Even if you live under a rock, I’m sure you saw rainbows in commercials, at your favorite coffee shop, maybe even in your favorite pop star’s music video and in parades in communities across the country throughout June. For many, especially those new to this movement, it’s easy to forget that these colorful celebrations are meant to commemorate the Stonewall uprising and the transgender women of color who ignited the modern civil rights movement for LGBTQ+ equality.

So, it’s really… nice… to see PRIDE spirit ignited across the country — in both communities that have celebrated PRIDE for 50 years and in communities that celebrated PRIDE for the first time this year. (Yes, it’s in all caps because we’re that PROUD.)

And yet, in the midst of these celebrations, we find ourselves facing the actualization of a long-term strategy by extremist conservative factions of this country. These anti-trans, anti-queer, anti-black, anti-brown, xenophobic, Islamophobic, racist people are ripping the wires out of the machines that are meant to protect us. Meanwhile, we’re diligently distracted by Twitter.

Yes, we should celebrate. But if we are to effectively counter the challenges of the next decade, we must also be just as fed up with the system and committed to liberation as Sylvia, Marsha and the transgender women of color who threw the first bricks of our movement 50 years ago. Here are three things we must commit to doing:

Work hard to know and understand the intricacies and historical trauma experienced by our constituencies and build broad bases of support.

New Mexico is a multicultural state that is very rural, highly religious and ideologically diverse. Often, this recipe is associated with extreme difficulty winning legal protections for queer and trans people. Yet, our legal protections are some of the most progressive, secure and expansive in the country.

That’s because we’ve worked hard to understand the cultural context and historical trauma experienced by communities in our state. We know, for example, that long before western borders were established, two-spirit, queer and trans people were considered sacred by the indigenous nations on whose land the state is built today. Today, as we constantly work to continue learning, we’ve also invested in educating our communities on LGBTQ+ identities and issues to build a broad base of support for systemic change.

This has led to accomplishments like the unanimous passage of the Non-Discrimination Equality Act this year, an update to our Human Rights Act that eliminated a carve-out allowing small businesses to legally discriminate against LGBTQ+ employees. This is a considerable win for our movement, as we believe this is the first time in U.S. history a bill of this kind has unanimously passed both chambers of a state legislature.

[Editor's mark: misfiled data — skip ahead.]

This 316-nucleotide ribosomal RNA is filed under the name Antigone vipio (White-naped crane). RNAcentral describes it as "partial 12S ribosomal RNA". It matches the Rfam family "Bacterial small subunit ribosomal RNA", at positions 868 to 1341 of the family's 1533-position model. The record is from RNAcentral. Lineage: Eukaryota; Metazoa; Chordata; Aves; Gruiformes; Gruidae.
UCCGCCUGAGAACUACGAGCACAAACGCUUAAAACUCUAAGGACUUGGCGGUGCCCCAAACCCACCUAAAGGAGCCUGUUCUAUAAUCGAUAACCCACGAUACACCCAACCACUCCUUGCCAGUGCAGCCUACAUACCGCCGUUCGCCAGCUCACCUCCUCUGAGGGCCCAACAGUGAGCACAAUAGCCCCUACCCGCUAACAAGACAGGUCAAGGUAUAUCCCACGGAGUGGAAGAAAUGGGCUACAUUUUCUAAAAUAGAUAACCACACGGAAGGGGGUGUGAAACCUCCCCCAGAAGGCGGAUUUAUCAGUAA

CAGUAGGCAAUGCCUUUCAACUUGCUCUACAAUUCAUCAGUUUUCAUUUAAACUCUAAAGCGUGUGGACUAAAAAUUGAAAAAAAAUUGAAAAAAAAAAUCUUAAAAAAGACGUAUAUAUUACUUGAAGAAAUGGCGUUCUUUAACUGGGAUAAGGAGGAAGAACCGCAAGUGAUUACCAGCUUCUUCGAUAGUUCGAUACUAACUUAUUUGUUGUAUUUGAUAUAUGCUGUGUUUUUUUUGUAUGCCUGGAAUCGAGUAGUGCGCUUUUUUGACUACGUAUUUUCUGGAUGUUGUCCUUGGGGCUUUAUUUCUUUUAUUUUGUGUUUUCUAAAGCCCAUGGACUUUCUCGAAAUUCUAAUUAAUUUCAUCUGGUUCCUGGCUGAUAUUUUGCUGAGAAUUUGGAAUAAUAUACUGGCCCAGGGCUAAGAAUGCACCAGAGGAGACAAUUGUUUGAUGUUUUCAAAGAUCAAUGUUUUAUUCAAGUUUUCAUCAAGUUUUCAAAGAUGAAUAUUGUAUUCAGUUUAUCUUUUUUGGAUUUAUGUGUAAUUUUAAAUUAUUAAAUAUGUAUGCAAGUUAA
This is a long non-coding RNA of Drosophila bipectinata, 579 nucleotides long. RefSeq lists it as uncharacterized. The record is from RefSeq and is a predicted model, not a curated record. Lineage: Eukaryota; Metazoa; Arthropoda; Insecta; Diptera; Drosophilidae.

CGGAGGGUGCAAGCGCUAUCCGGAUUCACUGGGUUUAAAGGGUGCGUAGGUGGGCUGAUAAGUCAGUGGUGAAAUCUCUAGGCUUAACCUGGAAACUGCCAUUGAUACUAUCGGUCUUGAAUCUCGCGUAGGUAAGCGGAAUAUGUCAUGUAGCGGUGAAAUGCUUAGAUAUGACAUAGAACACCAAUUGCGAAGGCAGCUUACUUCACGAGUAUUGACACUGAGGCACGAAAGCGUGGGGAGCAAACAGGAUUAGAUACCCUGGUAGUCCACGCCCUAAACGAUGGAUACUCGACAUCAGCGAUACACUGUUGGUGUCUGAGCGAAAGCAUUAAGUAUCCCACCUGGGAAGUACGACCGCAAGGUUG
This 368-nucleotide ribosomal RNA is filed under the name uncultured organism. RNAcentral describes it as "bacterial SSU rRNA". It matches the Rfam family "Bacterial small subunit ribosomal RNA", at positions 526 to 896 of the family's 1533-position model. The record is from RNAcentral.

Work collaboratively across coalition on policy and politics, taking a wide view and surgical approach to the work.

The Equality movement, rightfully so, has been criticized for focusing on and being coopted by the needs of cisgender white (gay) males. From 2009 to 2013, New Mexico engaged in a statewide campaign for marriage equality, culminating in a ruling from the New Mexico Supreme Court in support of same-gender marriage. We’re all intimately aware that achieving high profile LGBTQ+ legal protections like marriage equality are critical.

But we can’t stop there. We must take a wide view of our work to identify and uproot the systemic ways in which discrimination and oppression are sustained. We must recognize that LGBTQ+ liberation is bound up in the liberation of all oppressed groups and people, expand our view to include policies that affect all of us and engage in the meticulous work of uprooting these systemic, perhaps less obvious, ways in which discriminatory policies are upheld. In New Mexico, we’ve done this by bringing our constituency to advocate for policies like raising the statewide minimum wage, same-day and automated voter registration, access to and the decriminalization of abortion, working to expand/secure inclusive family definition in statute and more.

Be PROUD twelve months of the year, not just one.

Finally, we can’t just celebrate PRIDE for one month each year. If we are to win equality, we must dedicate ourselves to the strategic, hard work year-round — something I’m proud Equality New Mexico has done for the last 25 years. We must stay educated about the issues, elect representatives who will work for our rights and invest in organizations that are effectively working in policy and politics. At this year’s legislative session, we saw the fruits of our year-round dedication with the passage of a suite of LGBTQ+ bills, including the Non-Discrimination Equality Act, the Gender Neutral Restroom Signage Act, the Safe Schools for All Students Act and the Vital Records Modernization Act.

So here’s the bottom line: PRIDE month has ended, but the work is far from over. We’ve taken strides in creating visibility for the community during PRIDE month, but performative, non-reciprocal intersectionality is not enough and, in fact, inflicts harm on the movement for LGBTQ+ liberation. So please stop.

We hope you’ll join us in committing to the next generation of hard, strategic work necessary to achieve lived and legal liberation and dignity for every LGBTQ+ person in every aspect of life. Let’s roll up our rainbow sleeves and get to it, y’all!

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